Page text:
Syrian businessman Bassel al-Hardan left Idlib province for Cairo with his children when the situation began to deteriorate in the schools his children attended.
Al-Hardan told Al-Shorfa his twin daughters, 13, and his son, 10, had been suffering from the presence of militant groups attempting to impose their own interpretation of Islamic sharia on students and teachers.
A month and a half ago he decided to leave Idlib "for the sake of securing a decent education for my children, which is the main reason why I decided to leave Syria for now", he said.
"The state of education is near catastrophic in opposition-held areas and the conditions are not conducive to an educational atmosphere," al-Hardan said. "The militant Islamist groups are using their power to influence the educational boards in schools and are forcing principals to separate the sexes even in schools with not many students or teachers."
His daughters were forced to wear headscarves and abayas to school so they would not be harassed by members of the "Islamic State of Iraq and the Levant" (ISIL) and Jabhat al-Nusra, he said.
"My daughters do not wear the veil and I argued more than once with militants about this issue," he said.
His son did not fare any better, he added, as some militants preached to students while they were at school about "jihad" and other such issues and attempted to brainwash the children in order to later recruit them into their ranks.
"After their lectures, they hand out promotional brochures to students and request that they attend their religious classes so the militants can continue their brainwashing," al-Hardan said.
Recent reports indicate al-Qaeda affiliated ISIL is pressuring some schools in the areas it controls to impose an "Islamic dress code" for girls.
On November 21st, the Syrian Observatory for Human Rights warned about this trend.
"Members associated with the ISIL distributed leaflets at a girls' school in the city of Saraqeb in Idlib province instructing female students from fifth grade primary till third year secondary school to dress according to the group's interpretation of an Islamic dress code, and they warned that students who refuse to dress accordingly will be banned from entering the school," the Observatory said.
This is not the first time ISIL has interfered in school affairs and education and imposed rules related to behaviour, dress code and teaching.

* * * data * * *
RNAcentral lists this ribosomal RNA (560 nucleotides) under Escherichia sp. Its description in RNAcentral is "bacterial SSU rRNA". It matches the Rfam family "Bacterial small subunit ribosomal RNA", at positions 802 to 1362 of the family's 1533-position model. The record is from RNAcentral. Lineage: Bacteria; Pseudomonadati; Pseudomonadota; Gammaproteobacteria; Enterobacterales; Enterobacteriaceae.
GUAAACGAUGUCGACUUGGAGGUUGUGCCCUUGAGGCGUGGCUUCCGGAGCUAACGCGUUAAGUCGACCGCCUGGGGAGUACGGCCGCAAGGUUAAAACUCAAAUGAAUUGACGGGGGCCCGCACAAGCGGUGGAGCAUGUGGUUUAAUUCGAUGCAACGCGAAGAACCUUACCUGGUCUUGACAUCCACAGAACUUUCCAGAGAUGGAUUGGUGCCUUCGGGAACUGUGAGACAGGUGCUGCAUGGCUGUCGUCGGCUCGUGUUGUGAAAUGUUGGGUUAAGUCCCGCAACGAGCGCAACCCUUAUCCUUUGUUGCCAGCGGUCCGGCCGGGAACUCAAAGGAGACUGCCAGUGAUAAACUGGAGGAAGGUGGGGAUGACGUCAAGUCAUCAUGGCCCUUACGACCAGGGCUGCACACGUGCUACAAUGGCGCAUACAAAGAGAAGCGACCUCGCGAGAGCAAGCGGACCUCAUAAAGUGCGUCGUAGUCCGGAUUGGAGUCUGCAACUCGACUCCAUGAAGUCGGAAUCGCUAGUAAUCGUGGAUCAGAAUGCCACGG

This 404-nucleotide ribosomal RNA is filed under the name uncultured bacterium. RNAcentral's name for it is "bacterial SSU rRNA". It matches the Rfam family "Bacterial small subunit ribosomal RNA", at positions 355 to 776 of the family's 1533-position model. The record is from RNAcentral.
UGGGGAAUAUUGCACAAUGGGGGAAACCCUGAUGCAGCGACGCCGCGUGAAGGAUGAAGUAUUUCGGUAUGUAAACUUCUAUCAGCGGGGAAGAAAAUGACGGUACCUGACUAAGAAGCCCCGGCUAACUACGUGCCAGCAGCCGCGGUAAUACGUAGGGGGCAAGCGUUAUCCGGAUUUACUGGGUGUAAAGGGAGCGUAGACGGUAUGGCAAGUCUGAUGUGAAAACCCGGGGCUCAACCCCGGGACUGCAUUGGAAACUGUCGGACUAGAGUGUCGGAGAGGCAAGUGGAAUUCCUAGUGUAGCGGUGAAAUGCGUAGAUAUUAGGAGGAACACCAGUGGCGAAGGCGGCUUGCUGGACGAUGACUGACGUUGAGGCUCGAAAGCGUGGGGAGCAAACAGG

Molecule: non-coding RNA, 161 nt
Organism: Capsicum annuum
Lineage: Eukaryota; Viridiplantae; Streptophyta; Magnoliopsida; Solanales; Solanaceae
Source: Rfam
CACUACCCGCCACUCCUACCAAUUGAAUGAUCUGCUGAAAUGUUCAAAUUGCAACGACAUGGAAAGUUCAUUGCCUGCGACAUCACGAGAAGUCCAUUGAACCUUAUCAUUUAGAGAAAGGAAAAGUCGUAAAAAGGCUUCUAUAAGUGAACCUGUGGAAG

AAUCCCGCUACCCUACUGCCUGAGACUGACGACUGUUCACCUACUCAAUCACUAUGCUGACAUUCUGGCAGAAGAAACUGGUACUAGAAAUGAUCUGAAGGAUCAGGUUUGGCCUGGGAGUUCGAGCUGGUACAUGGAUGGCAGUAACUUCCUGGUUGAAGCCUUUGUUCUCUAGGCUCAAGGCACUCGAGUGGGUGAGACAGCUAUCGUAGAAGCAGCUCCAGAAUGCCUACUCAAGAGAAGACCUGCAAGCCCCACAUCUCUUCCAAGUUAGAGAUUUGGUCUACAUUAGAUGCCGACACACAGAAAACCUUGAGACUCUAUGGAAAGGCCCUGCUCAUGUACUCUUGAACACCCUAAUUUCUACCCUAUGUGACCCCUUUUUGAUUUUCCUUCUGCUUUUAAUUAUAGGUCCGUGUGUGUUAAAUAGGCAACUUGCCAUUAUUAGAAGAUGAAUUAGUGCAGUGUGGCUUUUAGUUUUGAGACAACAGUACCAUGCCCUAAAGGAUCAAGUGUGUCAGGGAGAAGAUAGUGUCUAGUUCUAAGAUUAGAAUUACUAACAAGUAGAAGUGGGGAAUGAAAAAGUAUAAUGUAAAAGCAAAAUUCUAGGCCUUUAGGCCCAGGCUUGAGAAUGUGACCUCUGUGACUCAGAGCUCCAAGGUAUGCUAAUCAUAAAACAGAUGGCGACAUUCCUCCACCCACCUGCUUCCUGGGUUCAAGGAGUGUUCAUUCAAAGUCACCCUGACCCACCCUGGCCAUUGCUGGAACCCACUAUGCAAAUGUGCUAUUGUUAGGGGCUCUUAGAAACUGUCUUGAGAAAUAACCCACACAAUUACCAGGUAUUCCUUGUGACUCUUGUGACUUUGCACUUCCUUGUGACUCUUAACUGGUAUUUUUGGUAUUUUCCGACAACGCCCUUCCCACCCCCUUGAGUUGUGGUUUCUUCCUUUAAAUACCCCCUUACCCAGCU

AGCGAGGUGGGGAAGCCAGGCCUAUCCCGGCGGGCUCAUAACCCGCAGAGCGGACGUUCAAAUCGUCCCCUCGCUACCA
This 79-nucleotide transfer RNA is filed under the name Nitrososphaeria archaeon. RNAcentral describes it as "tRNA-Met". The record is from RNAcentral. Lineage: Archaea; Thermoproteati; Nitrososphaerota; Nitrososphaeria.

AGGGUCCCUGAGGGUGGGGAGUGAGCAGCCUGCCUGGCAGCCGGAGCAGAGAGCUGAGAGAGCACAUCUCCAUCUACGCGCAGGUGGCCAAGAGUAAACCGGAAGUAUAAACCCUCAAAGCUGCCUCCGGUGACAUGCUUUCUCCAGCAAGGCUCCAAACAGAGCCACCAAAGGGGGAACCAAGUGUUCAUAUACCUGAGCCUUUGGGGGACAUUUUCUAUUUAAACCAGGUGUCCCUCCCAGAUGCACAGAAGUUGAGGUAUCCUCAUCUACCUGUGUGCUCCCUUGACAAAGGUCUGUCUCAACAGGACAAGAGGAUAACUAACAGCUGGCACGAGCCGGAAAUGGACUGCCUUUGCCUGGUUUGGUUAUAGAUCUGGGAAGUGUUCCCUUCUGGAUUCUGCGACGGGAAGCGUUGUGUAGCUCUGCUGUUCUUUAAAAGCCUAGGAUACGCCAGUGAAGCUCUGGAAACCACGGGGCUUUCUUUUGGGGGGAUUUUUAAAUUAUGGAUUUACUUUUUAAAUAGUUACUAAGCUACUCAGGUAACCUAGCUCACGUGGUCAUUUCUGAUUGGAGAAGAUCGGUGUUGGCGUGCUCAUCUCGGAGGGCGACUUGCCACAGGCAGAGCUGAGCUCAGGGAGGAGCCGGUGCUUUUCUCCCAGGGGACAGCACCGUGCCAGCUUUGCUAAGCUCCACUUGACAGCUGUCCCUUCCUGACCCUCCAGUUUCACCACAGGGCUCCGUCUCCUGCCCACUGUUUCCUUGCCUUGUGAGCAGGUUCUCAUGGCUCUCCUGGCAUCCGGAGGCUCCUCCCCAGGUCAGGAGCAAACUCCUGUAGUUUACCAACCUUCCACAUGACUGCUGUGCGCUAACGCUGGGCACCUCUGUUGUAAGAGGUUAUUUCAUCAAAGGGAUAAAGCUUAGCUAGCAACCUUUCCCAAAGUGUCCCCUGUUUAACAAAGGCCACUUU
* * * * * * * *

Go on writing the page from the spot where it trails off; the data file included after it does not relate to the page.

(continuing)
Several weeks ago, ISIL elements stormed a school in Tariq al-Bab area and forced the teaching staff to leave the school at gunpoint, claiming they were male teachers teaching female students. They ordered school officials to stop teaching until an all-female teaching staff became available.
For about two months in Tweihineh village in the countryside of northern Aleppo province, ISIL has forced students to wear "Islamic clothing", which for girls means an abaya, gloves and face cover. Boys are also made to wear "sharia compatible clothing", which these groups interpret as Pakistani-style shalwar qamiz and a skull cap, the Observatory said.
Mohammed al-Khaled of the Saraqeb unit associated with the Local Co-ordination Committees in Syria, said ISIL distributes leaflets that warn girls they have to wear the veil and abide by the group's mandated dress code in schools. The leaflets also stress the need to separate the sexes in the classroom.
"These groups ignore the deplorable situation in schools and instead focus on imposing their views," he said. "Most schools are almost destroyed and some are completely destroyed."
There are now just four schools in Saraqeb, al-Khaled said, while in the past, there were 15, including primary schools, secondary schools, one secondary boys' school and another for girls.
In the surrounding countryside, just 10 schools are open and operating, and all serve no more than 5,000 students, he said, as many local families have fled to other parts of Syria, Turkey or other countries in the region or elsewhere.
"Although Saraqeb's community was known to be conservative even before the revolution and there are a lot of veiled girls in the city that are usually secondary school students, there also are girls that do not use the veil," al-Khaled said. "Most families also oppose the interference of ISIL in schools."
"In Saraqeb, there are people who are aware and educated and they did not demand freedom for the sake of imposing an Islamic dress code or denim pants," he said.
"The war in Syria has started to directly impact the level of education in the country," said Hisham al-Maallah, a former administrative staff member in Aleppo's educational district. "Each faction is trying to take advantage of the younger generation to serve their purposes."
"The militants, particularly those affiliated with al-Qaeda, are using their influence to spread their ideology and to impose dress codes and teaching subjects on people," he said.
This has become a common occurrence in the provinces of Aleppo, al-Raqa and opposition-controlled areas of Idlib, he said.
Meanwhile, the opposition-controlled areas are cash strapped and are unable to meet the needs of the schools and students, al-Maallah said.
"Each student costs 4,000 Syrian liras ($28) for primary and lower secondary education and 7,000 liras ($50) for upper secondary education," he said.
It is essential that the needs of these students be met and that a suitable educational atmosphere be established for them, al-Maallah said, rather than focusing on issues such as the Islamic dress code or separating the sexes, as the jihadist groups are doing.